I have been asked many times for help with different projects, so I thought I’d start a list of some of my resources – books, websites, online tools, and other tricks to help you make the most of your outdoor time.
[I compiled this initial list for a specific friend but I will eventually edit it to be a more general guide for anyone who wants to get more out of their outdoor time. Also, I plan to add photos and take out a bunch of the words to make it more appealing.]
Vernal Pool Certification
Vernal pools are essential breeding habitats for several species of amphibians, including wood frogs, spotted salamanders, and fairy shrimp that require these ephemeral wetlands for reproduction. If you find any of these “obligate” species in the wetland area, you can certify the vernal pool with the state of Massachusetts and it will be protected, along with a buffer zone of upland habitat (I think 100 feet). Late Spring to early Summer is the best time of year for vernal pool certification. This can be a fun and educational project for your scouts next Spring. I have done a lot of vernal pool work, and I’d be happy to help. The website below has good information, including maps of already certified and potential vernal pools (PVPs) that you can view using the GIS tool listed below. I don’t see any PVPs in the Town Forest, but there are several at Pond Meadow and other locations in town. If you want help using the GIS mapping tools, I can give you some tips. Click HERE to visit the NHESP Vernal Pool page.
GIS mapping tools
GIS mapping tools can be fun and educational, and can engage the kids who like to be outdoors but who also like computer screens. The Commonwealth of Massachusetts has a great deal of natural resource and infrastructure data available online in a system called OLIVER. Click HERE to access OLIVER.
Zoom in so you are just looking at your area of interest then click on the layers in the top right to see what you want. Some of the layers that you might want to look at are:
1. Conservation/Recreation -> Natural Heritage Data
2. Theme Maps -> MassDEP Theme Maps
Many towns have their own GIS mapping tools, including Dedham and Braintree. Dedham’s GIS system allows access to the online version of the ArcGIS (ArcGIS is a professional GIS tool, but there is a free public version has all the functionality that a regular person could want). Here is a VERY brief tutorial to get started.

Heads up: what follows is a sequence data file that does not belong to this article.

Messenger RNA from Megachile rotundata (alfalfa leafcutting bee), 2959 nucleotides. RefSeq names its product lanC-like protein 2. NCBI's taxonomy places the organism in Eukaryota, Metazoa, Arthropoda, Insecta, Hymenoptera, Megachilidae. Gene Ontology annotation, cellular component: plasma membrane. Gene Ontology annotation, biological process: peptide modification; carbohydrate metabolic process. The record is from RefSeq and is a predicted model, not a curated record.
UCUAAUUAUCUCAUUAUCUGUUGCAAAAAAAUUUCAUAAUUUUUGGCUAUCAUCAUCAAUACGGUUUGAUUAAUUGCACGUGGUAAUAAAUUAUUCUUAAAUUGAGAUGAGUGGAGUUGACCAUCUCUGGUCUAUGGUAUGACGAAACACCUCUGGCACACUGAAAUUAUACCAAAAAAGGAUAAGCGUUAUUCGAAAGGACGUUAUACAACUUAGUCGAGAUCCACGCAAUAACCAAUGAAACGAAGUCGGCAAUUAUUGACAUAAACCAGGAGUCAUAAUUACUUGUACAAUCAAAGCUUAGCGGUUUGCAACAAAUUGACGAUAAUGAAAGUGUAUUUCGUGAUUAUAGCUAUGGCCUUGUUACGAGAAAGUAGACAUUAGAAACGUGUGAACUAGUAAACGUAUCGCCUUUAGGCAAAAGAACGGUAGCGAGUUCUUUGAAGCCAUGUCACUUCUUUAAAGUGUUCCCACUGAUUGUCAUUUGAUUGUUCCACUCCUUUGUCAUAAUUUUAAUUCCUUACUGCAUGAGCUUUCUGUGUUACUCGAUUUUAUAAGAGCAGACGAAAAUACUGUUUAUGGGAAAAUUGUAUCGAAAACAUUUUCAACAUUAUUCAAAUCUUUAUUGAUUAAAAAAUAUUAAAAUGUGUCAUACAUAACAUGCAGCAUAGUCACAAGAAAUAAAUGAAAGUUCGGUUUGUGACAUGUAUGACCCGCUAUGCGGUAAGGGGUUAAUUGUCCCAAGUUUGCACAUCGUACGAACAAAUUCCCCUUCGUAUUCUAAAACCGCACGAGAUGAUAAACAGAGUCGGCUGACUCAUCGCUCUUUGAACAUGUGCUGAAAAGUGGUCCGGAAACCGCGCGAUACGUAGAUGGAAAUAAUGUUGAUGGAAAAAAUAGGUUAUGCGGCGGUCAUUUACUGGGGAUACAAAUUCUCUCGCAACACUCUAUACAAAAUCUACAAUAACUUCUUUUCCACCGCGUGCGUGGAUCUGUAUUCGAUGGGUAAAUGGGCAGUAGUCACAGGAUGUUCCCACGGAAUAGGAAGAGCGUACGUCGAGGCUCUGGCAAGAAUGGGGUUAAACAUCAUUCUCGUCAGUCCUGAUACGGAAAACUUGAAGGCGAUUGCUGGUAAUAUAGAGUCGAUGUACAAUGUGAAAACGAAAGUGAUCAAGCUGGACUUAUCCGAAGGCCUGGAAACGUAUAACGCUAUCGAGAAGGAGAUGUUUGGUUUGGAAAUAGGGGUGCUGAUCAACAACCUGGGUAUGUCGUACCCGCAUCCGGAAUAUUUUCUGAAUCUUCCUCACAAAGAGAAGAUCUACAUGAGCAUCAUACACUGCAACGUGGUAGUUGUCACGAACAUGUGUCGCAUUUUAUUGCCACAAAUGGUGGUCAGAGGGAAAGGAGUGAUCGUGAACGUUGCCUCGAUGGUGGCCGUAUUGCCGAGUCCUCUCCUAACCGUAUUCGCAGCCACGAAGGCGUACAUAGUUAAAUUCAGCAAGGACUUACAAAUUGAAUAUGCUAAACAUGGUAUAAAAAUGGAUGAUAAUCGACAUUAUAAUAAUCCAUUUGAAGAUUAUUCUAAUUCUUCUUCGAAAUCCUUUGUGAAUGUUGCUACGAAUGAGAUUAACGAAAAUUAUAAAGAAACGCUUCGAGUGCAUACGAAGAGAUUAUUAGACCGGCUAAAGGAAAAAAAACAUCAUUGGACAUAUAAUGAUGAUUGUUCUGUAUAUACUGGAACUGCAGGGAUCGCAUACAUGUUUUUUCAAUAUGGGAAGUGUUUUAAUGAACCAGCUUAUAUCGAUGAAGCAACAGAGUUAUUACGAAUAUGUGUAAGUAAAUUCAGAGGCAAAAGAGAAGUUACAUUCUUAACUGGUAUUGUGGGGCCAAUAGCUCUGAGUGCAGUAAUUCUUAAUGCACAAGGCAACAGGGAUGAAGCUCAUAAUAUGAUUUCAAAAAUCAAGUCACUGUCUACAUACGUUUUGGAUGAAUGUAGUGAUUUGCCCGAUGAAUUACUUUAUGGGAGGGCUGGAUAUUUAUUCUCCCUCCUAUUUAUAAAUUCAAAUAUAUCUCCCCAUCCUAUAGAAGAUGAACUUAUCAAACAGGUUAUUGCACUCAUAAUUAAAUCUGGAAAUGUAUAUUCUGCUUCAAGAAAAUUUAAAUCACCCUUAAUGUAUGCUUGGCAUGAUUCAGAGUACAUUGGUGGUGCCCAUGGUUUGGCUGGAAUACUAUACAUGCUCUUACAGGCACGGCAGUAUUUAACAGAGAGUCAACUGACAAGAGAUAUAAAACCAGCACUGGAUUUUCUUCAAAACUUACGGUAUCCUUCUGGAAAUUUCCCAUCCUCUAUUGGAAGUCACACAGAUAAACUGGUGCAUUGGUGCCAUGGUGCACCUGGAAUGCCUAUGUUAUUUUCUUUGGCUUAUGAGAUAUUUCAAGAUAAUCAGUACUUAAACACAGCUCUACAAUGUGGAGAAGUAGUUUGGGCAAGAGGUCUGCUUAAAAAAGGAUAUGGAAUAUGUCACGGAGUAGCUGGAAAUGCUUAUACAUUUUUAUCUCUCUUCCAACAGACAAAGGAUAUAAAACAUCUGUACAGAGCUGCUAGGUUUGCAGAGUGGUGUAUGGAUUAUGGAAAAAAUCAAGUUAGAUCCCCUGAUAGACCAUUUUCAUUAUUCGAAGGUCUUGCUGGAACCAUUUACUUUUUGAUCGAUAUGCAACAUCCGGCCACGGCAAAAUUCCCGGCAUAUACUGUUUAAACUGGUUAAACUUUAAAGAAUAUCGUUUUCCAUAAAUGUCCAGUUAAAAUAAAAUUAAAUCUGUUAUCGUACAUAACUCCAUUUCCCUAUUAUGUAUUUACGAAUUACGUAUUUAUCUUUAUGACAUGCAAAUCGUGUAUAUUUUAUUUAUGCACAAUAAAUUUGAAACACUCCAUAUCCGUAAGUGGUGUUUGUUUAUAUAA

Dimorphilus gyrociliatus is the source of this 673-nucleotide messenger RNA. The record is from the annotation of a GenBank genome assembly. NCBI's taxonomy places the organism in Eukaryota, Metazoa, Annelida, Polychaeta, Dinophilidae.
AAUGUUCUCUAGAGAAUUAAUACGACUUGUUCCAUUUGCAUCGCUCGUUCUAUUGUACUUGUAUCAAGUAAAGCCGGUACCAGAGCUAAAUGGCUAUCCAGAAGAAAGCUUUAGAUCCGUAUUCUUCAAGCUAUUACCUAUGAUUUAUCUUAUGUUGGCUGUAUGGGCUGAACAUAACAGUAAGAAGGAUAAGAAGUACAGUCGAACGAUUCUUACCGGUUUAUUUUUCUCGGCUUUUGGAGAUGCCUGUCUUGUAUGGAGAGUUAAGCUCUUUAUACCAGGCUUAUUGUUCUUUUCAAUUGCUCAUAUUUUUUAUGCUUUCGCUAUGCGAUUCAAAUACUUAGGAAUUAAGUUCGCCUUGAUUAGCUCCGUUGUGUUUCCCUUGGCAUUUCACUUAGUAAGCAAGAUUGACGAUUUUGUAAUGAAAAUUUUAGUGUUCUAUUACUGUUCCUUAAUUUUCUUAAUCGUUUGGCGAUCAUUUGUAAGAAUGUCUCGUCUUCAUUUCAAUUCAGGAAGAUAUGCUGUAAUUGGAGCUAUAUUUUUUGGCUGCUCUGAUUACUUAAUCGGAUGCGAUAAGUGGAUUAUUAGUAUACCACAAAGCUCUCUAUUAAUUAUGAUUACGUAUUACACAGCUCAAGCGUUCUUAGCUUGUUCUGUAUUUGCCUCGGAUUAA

Start HERE to access ArcGIS online.
Click on CREATE A PUBLIC ACCOUNT and create an account.
Sign in, then click on MAP (in the list across the top).
Click on NEW MAP (top right).
Start with Add+, then Search for Layers, then “Dedham” (or something else) in the Find box to add a base layer.
Save your work.
Natural Heritage and Endangered Species Program (NHESP)
NHESP is the division of Massachusetts Fish & Wildlife that oversees protection of rare species of animals and plants. You can find a lot of information on their website. You can view a list of rare species by town by clicking HERE. You won’t be able to find where in your town the species was observed (because people would go and collect them, then they would be gone), but it’s a good guide for what to look for when you are out in the woods or the swamp.
Tracks & Sign of Insects and Other Invertebrates: A Guide to North American Species
by Noah Charney and Charley Eiseman
This is one of my absolute favorite field guides. You can get it on Amazon for less money, but I highly recommend buying it directly from the guys who wrote the book and getting it signed. That way, they get the money and you get a really cool book signed by a couple really cool authors. Then you can look at all those holes in the trees and leaf mines and figure out what made them. Go HERE to buy it.
Go Botany is an online plant identification and observation sharing tool from the New England Wild Flower Society. This incredibly powerful tool allows you to identify trees, grasses, ferns, and wild flowers by answering simple questions (number of petals, leaf type, fruit color). Just be warned, it is addictive. Go Botany or Go Home. Click HERE.
BugGuide.net is Go Botany for bugs. It’s about 20 times as addictive. It’s a bit tricky to use because it’s not quite so friendly to the amateur bug enthusiast, but give it some time and hopefully you will be rewarded. Just don’t post any out-of-focus pictures of some bug you saw on vacation unless you are prepared to be berated by entomologists with attitude. Not everyone on the site is like that, but the few who complete jerks manage to make up for the majority who are nice. Click HERE